When I was a girl, I would often lay in bed at night and cry. The subject of all my little-girl angst? It sounds silly to say, but I was afraid to grow up (my parents read the story of Peter Pan to me one too many times, perhaps?) In truth, the prospect of growing up was appalling to me because I was convinced that when I “grew up” I would lose a part of myself that I treasured… my creativity. I was convinced that as I got older, I would no longer love to play pretend and dream up worlds of make-believe. It feels strange to recount that time in my life… are there other little girls who were as serious (or melodramatic) as I was then? I’m sure there must be. All I know is that I mourned for the loss of that part of myself, before I even lost it.
I was twelve years old the last time I ever played make-believe, or wrote a fictional story for the sheer pleasure of writing it. When I was twelve years old, we moved away from my childhood home, I started a new school and by the next year my parents had divorced and we were living in New York City. Although I can’t pinpoint a specific incident that led me to stop creating, my belief that I would lose my imagination as I got older became a self-fulfilling prophesy.
It has taken me twenty-three years to realize that my little girl self was wrong. Somewhere along the way, I was lied to and I believed that lie. I became convinced that age would destroy my creativity and it in many ways it eventually did, because I believed that it would.
Have you ever felt yourself driven, urged, compelled to do something that you can’t explain? I was telling a friend the other day that for a while now, I’ve been feeling driven to write. About what, I don’t know. I spend hours – literally hours – after the kids go to bed just sitting in front of the computer, staring at the screen. I pace around the house with this need to write, my hands and fingers twitching with the urge, but nothing coming forth.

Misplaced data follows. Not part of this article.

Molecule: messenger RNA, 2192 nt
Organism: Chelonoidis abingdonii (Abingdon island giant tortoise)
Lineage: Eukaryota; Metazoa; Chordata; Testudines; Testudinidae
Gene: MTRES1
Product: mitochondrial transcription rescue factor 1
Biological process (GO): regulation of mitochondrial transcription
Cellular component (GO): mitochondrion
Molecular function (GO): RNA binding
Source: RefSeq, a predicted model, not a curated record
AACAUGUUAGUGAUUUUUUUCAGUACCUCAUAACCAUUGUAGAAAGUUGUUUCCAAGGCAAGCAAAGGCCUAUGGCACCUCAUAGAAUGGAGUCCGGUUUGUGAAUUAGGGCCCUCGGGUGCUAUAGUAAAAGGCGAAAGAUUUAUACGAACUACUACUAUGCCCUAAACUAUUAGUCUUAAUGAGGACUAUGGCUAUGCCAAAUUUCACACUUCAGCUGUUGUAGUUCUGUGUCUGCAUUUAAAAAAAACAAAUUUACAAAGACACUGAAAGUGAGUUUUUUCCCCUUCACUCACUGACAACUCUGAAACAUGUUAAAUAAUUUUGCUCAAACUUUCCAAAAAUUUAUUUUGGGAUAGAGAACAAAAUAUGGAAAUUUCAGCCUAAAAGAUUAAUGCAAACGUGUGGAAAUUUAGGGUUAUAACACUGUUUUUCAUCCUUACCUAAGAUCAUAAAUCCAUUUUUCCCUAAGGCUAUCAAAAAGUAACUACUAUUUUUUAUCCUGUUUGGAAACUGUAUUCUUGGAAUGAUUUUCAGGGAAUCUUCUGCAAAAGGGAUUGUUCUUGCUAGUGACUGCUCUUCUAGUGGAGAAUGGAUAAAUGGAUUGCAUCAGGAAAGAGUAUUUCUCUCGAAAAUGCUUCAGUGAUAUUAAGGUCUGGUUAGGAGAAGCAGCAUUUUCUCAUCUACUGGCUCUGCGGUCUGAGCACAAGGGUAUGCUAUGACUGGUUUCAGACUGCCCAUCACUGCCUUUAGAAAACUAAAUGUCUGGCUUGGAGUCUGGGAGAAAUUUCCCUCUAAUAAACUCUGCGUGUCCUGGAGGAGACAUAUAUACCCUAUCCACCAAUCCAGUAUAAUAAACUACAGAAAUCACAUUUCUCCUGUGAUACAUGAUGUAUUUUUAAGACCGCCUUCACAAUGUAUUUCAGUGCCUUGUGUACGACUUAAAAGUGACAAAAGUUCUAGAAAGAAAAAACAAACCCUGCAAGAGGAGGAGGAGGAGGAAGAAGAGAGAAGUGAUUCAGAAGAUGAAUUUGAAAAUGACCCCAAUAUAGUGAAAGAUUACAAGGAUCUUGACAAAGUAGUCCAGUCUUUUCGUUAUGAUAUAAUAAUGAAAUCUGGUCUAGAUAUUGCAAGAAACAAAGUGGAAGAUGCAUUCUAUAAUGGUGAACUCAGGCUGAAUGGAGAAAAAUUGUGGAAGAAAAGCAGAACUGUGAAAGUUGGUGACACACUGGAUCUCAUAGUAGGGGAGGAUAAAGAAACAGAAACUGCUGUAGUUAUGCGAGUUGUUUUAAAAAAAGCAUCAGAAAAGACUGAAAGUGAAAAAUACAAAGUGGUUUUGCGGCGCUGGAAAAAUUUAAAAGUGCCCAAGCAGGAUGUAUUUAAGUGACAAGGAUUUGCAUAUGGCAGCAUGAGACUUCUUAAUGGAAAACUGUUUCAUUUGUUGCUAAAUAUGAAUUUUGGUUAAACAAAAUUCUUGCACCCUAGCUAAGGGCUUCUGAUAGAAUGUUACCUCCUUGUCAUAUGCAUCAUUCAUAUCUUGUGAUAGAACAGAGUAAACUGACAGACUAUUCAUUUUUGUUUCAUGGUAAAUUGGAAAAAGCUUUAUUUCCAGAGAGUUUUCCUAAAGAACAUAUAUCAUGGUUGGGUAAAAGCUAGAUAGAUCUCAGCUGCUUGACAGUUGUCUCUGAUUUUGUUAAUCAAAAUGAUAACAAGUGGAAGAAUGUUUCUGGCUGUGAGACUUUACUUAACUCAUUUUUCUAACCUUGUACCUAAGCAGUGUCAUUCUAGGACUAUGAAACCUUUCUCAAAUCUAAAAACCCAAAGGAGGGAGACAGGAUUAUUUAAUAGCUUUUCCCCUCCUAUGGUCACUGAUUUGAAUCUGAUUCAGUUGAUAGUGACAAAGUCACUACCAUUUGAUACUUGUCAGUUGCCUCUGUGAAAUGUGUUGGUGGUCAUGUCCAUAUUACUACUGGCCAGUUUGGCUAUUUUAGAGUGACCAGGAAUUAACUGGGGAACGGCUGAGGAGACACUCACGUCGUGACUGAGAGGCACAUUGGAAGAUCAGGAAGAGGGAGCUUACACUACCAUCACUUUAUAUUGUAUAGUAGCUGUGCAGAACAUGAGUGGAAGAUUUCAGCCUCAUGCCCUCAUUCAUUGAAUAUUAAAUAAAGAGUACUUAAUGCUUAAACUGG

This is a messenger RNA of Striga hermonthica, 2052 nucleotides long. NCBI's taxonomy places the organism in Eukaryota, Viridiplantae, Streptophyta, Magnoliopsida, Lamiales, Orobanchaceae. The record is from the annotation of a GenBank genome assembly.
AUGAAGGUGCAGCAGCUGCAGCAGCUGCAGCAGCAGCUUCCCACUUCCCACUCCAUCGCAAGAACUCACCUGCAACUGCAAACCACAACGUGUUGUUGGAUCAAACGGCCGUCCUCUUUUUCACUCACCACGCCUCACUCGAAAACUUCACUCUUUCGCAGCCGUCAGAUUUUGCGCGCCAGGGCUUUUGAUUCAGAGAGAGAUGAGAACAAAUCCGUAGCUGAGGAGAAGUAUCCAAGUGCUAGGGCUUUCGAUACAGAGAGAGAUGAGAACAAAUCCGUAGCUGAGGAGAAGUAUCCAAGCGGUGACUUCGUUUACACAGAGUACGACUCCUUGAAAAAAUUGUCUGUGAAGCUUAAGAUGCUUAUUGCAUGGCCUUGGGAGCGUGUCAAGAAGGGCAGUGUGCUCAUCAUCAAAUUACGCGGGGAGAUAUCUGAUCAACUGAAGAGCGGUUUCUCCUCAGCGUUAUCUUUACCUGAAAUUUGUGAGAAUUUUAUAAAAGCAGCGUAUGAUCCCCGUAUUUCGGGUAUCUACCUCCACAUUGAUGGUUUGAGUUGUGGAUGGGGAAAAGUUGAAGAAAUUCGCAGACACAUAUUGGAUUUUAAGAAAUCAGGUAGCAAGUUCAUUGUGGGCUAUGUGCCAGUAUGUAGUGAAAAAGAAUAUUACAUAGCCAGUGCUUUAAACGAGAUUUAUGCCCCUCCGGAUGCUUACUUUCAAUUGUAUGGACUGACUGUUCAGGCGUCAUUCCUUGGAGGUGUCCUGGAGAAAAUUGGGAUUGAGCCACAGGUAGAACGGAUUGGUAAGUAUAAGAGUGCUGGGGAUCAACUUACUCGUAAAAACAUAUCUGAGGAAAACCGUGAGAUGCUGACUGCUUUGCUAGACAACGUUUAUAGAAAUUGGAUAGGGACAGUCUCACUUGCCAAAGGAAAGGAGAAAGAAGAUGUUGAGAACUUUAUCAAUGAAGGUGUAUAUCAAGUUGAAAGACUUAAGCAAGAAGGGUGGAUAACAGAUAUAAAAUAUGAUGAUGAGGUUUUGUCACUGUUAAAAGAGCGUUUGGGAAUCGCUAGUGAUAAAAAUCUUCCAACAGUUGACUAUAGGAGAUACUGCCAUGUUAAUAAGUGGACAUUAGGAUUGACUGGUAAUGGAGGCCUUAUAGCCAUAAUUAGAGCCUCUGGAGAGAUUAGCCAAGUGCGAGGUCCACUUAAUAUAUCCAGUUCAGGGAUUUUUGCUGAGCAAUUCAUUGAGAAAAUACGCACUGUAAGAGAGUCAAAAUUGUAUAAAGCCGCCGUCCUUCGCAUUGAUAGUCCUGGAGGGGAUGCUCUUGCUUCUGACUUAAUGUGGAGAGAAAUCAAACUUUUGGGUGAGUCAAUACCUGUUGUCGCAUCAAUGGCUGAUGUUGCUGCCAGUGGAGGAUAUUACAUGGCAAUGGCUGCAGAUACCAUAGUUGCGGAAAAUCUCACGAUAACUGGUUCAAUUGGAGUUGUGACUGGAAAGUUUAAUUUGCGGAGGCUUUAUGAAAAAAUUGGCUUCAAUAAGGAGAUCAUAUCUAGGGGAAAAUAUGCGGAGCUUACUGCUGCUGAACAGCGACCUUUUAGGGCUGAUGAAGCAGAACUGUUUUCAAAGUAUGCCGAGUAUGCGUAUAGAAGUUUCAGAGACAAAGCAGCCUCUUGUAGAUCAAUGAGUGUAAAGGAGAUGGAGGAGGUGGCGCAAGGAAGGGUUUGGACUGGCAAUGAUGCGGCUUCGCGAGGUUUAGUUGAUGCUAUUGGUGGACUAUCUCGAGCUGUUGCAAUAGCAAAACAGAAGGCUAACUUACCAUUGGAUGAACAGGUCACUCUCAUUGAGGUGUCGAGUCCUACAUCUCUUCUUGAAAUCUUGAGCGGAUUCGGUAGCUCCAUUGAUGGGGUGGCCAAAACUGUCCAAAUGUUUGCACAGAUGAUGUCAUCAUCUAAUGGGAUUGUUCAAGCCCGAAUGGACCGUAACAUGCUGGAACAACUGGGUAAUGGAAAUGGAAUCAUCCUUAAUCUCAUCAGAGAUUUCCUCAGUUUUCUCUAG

Today, I was reading a book called Big Magic by Elizabeth Gilbert and was completely overwhelmed by two little sentences. She writes:
“… Kate had an idea for a novel that actually made her feel excited. The book she wanted to write seemed so cool, so twisted, and so strange that she thought it might genuinely be fun to do it.”
In that moment, my little-girl self flashed before my eyes. I saw her sobbing alone in the dark and I realized, for the very first time: It was all a lie. That little girl didn’t have to give up her creativity. Sure, maybe My Little Pony would have gotten old at some point, but creativity never had to die. Why did I stop making up stories? Sure, I continued to journal and I obviously still write, but the last time I made up a story for the sheer pleasure of it was as a twelve year old girl on an old typewriter my mom bought for me because she saw my love for writing. It’s funny, because my entire childhood was made up of days spent in front of that typewriter, lost in my own little world of make-believe and then one day I packed it up and never touched it again. Somewhere along the path from childhood to adulthood, I decided that fictional writing wasn’t noble or sophisticated or mature enough and I never made up a story again.
This wasn’t a conscious decision on my part. After all, I still read and love fiction and I certainly don’t think fictional writers are less noble or sophisticated than their nonfiction counterparts. It’s just that somewhere along the way, I lost my own willingness to create and imagine and dream in that way.
I believed the lie… and then I lived the lie.
I don’t want to live that lie anymore. I want to sit down and play make-believe again. Maybe I won’t break out the teddy bears and the My Little Ponies, but I want to pretend again. I want to create worlds and realms, I want to invent silly things and serious things and let made-up people take me by the hand and lead me where they want me to go. It seems insane to me, to realize that it’s been 23 years since I’ve done so.
I want to dream again.